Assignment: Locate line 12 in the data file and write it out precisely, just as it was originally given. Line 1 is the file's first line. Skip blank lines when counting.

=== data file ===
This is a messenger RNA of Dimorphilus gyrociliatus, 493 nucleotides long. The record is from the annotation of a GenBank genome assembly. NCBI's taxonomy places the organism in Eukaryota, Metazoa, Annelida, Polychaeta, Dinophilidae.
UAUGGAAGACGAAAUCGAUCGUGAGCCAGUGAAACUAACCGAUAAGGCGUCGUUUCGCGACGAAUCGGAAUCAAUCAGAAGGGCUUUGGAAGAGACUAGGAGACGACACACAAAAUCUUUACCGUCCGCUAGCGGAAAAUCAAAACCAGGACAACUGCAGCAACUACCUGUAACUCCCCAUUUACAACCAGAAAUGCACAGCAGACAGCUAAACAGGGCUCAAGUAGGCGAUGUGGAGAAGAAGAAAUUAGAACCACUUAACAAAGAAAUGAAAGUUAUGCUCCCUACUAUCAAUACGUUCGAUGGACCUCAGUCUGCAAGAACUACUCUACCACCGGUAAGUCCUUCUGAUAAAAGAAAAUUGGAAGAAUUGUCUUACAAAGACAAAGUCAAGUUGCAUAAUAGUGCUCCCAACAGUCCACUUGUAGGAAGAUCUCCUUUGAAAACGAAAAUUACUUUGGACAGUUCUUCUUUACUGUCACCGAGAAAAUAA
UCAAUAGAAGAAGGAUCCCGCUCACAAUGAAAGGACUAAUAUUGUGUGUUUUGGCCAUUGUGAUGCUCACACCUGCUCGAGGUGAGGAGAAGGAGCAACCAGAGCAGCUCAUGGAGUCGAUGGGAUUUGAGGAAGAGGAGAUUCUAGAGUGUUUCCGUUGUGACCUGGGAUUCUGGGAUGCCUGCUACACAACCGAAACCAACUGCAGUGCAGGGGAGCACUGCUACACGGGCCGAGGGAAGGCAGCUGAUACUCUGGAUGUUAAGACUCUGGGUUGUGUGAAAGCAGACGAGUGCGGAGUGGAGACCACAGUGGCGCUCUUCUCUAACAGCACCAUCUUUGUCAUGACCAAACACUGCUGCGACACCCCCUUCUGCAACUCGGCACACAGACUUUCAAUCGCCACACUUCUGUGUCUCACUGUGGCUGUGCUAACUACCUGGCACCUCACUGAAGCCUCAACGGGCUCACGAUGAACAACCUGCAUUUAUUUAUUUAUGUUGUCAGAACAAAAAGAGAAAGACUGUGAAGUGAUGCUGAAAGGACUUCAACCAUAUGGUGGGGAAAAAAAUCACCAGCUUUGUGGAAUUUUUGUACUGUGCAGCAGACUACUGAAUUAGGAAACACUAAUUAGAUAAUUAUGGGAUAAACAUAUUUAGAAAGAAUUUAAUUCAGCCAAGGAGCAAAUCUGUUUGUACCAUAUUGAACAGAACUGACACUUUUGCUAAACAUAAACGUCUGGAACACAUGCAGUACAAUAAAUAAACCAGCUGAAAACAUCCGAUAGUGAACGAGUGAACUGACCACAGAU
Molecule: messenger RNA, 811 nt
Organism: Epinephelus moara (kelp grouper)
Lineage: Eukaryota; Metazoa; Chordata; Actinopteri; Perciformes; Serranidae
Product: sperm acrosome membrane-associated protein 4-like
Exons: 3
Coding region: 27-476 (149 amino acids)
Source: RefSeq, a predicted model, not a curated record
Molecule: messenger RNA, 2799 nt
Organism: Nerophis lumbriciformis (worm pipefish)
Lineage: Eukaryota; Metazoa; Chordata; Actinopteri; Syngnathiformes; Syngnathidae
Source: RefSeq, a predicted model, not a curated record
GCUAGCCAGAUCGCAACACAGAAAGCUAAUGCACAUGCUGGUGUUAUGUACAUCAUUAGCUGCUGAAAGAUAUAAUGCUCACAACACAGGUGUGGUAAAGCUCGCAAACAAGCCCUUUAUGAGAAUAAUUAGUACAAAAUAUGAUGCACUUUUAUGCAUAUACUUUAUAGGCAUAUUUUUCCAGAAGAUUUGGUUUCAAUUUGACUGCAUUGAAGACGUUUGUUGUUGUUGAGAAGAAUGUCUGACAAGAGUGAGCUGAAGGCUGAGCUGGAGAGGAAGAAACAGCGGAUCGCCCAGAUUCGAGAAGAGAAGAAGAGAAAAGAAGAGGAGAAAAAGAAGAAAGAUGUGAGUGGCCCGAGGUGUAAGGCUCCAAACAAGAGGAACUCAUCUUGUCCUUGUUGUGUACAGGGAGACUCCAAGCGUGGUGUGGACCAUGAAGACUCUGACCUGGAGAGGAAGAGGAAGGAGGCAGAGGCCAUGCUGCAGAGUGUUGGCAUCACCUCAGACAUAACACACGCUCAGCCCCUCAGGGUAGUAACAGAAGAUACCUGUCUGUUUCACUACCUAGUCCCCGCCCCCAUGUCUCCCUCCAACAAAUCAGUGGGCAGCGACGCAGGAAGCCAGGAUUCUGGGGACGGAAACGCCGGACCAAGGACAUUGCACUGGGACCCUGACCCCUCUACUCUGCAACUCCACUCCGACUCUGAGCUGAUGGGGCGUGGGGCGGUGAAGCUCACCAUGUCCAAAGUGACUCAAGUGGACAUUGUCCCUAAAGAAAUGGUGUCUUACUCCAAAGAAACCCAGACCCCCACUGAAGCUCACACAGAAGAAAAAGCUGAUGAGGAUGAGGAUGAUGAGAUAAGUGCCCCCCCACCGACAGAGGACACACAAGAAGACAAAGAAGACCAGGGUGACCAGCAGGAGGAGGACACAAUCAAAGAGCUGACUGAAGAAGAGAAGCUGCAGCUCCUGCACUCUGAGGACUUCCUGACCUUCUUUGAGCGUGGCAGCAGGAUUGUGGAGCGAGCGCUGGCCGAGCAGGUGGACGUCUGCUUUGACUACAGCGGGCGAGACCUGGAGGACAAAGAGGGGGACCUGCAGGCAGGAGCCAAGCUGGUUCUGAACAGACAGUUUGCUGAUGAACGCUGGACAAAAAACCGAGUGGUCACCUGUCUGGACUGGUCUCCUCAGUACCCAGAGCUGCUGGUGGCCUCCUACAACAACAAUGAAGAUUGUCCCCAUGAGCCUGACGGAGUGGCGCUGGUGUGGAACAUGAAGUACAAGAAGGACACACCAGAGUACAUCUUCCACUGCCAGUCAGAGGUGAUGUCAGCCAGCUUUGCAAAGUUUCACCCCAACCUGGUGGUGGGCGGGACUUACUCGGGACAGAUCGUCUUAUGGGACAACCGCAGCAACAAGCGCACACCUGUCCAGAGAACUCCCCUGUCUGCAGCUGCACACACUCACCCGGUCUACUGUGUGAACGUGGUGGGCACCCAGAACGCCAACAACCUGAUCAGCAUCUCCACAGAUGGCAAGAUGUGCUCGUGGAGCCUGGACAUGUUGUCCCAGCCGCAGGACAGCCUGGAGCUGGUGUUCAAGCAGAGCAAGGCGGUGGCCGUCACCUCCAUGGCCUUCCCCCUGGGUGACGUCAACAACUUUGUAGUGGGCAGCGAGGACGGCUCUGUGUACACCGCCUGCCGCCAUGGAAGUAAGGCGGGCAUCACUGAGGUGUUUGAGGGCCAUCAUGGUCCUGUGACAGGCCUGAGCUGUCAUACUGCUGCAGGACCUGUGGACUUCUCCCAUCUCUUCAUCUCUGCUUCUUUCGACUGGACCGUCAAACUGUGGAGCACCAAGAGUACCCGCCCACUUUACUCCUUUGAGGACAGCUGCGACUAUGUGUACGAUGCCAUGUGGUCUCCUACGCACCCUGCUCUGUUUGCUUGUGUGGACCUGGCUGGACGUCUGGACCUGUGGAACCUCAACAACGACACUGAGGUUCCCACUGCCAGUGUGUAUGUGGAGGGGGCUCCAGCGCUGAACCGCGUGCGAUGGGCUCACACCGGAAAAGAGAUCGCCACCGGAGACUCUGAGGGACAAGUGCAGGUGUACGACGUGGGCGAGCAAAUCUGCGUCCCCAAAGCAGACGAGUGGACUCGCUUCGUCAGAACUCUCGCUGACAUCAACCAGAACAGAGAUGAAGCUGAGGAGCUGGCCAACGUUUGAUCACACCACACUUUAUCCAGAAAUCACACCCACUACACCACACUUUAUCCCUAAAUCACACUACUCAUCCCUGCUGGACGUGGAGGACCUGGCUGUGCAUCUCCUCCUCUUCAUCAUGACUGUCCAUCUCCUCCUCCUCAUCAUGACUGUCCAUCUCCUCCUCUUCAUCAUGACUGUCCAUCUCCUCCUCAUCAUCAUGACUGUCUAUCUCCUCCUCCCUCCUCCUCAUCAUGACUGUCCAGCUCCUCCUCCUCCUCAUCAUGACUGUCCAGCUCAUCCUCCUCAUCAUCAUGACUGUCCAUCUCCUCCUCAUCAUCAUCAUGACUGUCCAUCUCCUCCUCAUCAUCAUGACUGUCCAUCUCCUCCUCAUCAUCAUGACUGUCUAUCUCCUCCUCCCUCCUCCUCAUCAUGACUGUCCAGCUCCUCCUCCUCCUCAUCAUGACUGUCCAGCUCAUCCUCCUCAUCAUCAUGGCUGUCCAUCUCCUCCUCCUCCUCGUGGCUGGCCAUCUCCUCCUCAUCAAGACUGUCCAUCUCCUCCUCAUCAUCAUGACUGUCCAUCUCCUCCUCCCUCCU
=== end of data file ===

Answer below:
Organism: Nerophis lumbriciformis (worm pipefish)